You could argue that 10 is not that big a hinge point. Twelve might win that contest or even 14 or 18. Perhaps the big turning point, like the movie says, is eighth grade. But for me, parent of just one child, fifth grade feels like a big deal. Ten feels like a big fat fork in the road, one marked by a sign that read, “Abandon ye who go here all sentimental attachment to your child’s childhood.”
Through the summer, the freshly minted 10-year-old and I took walks around the block after dinner. She chattered nonstop. One night, the subject turned to middle school. “I’m not scared,” she said. Her eyes went wide. “You know what I am? I’m curious!”
I almost dropped to the pavement right there. As if felled by a great wave of oxytocin — as if in those old infant-snuggling days. It was all I could want for her: to be unafraid, eager to learn what this much-discussed new phase was all about.
Now, middle school is here, and I still want to soak up the fleeting beauty of 10. Whole number, an age of wholeness. This small person teetering on an edge without being the least bit aware of how much she is teetering or what that edge looks like from a distance of many decades. I want to see it as she does. Right now, she is awesome at everything. Right now, more curious than afraid. Right now, there’s no inner critic. Right now she is so awesome her own awesomeness is awesome. So awesome, even, that her parents should take away her "no TV."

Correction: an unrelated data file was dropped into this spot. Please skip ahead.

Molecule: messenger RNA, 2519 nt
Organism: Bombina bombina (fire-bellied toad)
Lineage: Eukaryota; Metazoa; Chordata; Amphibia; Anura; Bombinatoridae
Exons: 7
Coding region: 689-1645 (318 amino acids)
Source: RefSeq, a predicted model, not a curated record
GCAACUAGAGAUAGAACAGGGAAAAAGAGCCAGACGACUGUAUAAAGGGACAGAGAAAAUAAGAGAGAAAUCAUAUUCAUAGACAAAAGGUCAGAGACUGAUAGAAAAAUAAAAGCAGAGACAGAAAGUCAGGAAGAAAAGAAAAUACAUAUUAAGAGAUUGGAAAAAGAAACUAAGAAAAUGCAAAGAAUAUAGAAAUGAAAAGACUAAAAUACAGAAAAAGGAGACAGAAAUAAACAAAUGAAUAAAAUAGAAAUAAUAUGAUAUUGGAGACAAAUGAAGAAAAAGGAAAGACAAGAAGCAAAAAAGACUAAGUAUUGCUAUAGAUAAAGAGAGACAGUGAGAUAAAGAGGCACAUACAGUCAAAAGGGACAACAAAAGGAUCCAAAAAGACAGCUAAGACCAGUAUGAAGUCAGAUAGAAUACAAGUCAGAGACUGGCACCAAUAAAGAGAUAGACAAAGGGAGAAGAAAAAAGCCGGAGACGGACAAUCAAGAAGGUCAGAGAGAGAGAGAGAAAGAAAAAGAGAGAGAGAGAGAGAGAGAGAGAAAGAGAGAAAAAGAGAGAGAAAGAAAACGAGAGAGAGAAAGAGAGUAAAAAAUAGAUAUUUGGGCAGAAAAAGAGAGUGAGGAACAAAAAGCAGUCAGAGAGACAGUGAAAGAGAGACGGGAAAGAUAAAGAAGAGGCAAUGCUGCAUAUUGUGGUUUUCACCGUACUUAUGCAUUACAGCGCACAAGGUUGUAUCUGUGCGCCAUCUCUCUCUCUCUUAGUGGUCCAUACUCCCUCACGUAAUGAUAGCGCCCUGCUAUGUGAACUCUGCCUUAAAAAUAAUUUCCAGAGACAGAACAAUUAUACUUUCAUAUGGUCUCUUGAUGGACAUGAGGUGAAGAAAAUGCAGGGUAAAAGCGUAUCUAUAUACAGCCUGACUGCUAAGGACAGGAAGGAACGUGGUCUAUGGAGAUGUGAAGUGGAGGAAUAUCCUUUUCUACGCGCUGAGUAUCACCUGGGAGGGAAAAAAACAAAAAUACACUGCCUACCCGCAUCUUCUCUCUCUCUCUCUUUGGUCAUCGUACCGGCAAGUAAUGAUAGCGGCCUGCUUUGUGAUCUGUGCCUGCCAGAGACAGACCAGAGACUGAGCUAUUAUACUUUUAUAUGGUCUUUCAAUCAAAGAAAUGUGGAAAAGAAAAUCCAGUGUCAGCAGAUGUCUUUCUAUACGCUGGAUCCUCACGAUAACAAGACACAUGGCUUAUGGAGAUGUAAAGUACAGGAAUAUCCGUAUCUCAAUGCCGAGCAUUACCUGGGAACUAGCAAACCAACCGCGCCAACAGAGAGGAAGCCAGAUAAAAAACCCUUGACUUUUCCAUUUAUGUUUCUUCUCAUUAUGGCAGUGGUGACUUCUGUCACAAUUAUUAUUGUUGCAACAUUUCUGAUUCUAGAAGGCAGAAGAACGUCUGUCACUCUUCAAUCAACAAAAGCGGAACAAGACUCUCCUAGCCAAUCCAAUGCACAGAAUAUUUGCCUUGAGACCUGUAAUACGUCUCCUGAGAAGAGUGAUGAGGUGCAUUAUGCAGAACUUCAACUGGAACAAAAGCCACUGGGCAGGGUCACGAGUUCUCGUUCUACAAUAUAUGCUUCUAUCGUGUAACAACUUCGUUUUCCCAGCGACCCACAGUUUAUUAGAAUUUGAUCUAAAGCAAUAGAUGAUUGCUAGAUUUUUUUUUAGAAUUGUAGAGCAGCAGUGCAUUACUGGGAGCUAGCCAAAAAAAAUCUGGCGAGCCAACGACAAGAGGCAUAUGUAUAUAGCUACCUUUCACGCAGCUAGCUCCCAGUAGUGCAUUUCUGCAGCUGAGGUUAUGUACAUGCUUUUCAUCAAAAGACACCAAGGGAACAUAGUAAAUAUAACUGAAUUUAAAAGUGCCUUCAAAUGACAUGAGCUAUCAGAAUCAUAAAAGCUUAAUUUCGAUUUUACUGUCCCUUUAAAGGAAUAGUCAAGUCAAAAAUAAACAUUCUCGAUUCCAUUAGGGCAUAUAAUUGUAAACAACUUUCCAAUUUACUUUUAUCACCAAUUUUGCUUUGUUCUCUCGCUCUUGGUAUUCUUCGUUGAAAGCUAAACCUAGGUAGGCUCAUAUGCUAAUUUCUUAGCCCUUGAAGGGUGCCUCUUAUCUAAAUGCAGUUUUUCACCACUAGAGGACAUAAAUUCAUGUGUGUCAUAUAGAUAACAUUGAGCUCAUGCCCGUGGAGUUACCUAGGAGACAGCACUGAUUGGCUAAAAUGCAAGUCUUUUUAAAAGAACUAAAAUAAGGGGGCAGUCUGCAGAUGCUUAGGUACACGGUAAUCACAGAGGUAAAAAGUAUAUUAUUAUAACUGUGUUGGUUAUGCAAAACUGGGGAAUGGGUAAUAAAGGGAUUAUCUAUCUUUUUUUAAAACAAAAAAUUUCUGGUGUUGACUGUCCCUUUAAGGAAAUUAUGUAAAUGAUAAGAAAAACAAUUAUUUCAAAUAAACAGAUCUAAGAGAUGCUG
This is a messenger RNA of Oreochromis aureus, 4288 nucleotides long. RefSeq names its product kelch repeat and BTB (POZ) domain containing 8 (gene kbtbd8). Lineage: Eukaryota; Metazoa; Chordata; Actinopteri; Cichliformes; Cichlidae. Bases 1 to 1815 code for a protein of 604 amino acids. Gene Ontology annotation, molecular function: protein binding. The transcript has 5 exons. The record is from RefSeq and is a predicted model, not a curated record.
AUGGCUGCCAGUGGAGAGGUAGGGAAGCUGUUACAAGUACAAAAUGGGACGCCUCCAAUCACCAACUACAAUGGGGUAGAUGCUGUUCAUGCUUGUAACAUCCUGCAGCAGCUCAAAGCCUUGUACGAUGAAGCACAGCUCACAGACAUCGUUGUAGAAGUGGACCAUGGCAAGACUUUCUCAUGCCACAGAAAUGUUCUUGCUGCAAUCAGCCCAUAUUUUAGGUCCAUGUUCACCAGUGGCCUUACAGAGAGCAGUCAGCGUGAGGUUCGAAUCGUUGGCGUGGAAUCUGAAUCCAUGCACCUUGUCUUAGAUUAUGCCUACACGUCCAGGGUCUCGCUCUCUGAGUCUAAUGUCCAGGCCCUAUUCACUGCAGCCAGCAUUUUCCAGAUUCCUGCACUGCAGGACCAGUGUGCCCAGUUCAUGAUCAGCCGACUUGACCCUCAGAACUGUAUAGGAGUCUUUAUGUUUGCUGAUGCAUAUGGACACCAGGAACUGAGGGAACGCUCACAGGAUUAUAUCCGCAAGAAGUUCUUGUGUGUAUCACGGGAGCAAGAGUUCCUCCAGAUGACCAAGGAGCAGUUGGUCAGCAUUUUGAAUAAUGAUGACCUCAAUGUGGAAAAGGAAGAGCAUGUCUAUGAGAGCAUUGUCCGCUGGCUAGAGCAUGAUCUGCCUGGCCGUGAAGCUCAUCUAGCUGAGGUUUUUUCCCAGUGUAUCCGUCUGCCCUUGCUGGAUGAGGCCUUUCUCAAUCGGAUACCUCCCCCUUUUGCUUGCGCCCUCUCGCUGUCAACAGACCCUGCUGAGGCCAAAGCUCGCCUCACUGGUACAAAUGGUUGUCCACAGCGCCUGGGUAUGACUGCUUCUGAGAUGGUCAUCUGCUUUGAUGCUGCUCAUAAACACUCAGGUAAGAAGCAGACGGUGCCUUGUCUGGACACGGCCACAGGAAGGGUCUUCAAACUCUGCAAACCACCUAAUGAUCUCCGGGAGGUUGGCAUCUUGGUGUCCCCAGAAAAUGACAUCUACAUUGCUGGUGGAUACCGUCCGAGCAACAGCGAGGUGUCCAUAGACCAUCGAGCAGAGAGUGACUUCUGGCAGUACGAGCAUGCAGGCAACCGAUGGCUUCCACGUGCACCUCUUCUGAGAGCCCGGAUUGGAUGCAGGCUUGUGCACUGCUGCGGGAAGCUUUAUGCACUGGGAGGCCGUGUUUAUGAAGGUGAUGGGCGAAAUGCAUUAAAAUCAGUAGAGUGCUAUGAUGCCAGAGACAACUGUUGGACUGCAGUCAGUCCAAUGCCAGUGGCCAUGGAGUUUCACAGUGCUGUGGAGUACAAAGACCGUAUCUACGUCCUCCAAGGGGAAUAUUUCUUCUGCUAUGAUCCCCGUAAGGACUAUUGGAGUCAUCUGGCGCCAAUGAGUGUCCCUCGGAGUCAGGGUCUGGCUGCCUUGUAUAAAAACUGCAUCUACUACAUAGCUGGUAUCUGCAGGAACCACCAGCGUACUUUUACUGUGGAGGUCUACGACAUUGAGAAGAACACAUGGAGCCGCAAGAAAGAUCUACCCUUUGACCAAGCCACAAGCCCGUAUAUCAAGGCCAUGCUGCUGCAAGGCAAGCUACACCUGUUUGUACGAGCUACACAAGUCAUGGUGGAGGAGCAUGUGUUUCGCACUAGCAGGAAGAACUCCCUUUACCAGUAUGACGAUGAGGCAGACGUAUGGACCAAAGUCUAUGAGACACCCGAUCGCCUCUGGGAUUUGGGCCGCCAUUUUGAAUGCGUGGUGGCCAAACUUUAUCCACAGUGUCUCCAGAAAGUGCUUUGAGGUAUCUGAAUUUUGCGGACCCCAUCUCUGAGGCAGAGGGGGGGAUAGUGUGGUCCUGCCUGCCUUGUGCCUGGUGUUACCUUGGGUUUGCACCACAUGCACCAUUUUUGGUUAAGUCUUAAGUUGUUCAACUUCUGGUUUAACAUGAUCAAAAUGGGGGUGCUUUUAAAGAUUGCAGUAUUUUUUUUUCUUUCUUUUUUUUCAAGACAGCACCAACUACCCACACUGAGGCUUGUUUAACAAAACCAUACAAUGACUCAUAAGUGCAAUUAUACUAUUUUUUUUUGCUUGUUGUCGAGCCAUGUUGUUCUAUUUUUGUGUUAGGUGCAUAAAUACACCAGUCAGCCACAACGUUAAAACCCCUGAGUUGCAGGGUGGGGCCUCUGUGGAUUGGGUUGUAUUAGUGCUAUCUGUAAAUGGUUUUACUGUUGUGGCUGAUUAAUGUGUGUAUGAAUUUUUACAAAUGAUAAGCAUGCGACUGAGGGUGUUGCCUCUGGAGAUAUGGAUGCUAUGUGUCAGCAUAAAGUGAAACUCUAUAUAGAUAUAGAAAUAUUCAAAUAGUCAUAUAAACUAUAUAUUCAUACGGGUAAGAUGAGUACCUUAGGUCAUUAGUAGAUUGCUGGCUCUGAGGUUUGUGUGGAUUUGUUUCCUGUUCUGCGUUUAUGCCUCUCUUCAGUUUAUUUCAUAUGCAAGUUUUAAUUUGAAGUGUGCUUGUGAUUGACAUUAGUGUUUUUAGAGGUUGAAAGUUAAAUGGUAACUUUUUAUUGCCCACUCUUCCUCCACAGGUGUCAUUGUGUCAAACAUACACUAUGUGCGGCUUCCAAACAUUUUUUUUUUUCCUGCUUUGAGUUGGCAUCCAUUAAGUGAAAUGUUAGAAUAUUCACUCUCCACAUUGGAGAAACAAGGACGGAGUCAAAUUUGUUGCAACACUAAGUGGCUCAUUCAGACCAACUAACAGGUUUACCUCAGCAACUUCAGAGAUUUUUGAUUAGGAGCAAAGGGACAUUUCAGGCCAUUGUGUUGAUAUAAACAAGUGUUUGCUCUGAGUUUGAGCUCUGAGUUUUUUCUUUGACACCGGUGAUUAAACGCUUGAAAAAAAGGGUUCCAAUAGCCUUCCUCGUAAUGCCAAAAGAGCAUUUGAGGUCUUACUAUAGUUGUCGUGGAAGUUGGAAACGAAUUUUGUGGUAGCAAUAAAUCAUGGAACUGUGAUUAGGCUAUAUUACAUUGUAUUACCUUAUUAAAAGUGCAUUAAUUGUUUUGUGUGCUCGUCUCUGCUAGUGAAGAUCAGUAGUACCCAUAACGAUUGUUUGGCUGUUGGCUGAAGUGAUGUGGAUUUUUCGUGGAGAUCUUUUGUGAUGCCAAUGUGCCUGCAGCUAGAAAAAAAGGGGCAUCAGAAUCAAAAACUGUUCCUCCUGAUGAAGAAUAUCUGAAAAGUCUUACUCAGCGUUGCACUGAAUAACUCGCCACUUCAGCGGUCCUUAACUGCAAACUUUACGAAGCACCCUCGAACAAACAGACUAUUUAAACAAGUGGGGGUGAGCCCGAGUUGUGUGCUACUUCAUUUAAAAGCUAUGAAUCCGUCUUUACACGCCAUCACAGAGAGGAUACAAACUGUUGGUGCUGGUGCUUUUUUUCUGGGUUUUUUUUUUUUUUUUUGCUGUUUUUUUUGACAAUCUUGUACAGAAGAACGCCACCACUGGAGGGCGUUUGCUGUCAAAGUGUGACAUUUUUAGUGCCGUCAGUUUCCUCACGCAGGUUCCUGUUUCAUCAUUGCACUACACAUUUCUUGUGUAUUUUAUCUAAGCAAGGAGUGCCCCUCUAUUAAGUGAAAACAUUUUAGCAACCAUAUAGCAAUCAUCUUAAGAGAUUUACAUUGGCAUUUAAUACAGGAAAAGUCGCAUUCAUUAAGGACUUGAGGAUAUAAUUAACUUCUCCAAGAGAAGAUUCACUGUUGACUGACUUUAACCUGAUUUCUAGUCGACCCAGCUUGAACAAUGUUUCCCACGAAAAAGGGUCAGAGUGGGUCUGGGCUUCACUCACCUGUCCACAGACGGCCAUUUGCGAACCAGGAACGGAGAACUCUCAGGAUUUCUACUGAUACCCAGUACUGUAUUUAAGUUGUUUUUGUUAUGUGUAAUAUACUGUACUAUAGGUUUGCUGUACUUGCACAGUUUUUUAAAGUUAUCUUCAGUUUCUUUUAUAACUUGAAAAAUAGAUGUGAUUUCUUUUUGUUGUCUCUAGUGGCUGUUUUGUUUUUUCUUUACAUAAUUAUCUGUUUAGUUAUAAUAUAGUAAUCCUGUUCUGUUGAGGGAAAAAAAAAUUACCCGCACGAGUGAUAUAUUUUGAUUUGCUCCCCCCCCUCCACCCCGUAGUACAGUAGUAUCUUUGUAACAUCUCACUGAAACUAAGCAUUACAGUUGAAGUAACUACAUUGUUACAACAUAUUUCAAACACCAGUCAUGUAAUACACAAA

Yep. Those italics are what happened when I left my laptop unattended one summer morning: The 10-year-old hijacked my essay. Maybe more than any photograph I can tag #ThisIsTen, those words are the very thing.
I’m still wary of what the future holds, but I remind myself all the time that being mom to a 10-year-old is a pretty great gig, one I’ll have but for a blink. And if my poor memory continues not to serve very well at all — I’ve already lost so much of the toddler years — I'd better keep taking notes. No doubt, I’ll be glad to have them. And someday, the 25- or 30- or 45-year-old daughter may need them too. In my line of work, teaching creative writing classes in a community setting, I hear frequently from people who yearn for the wildly creative, brave children they once were. Who among us doesn’t wish to be again the way we were at 10, to possess just one small fragment of that past awesome self?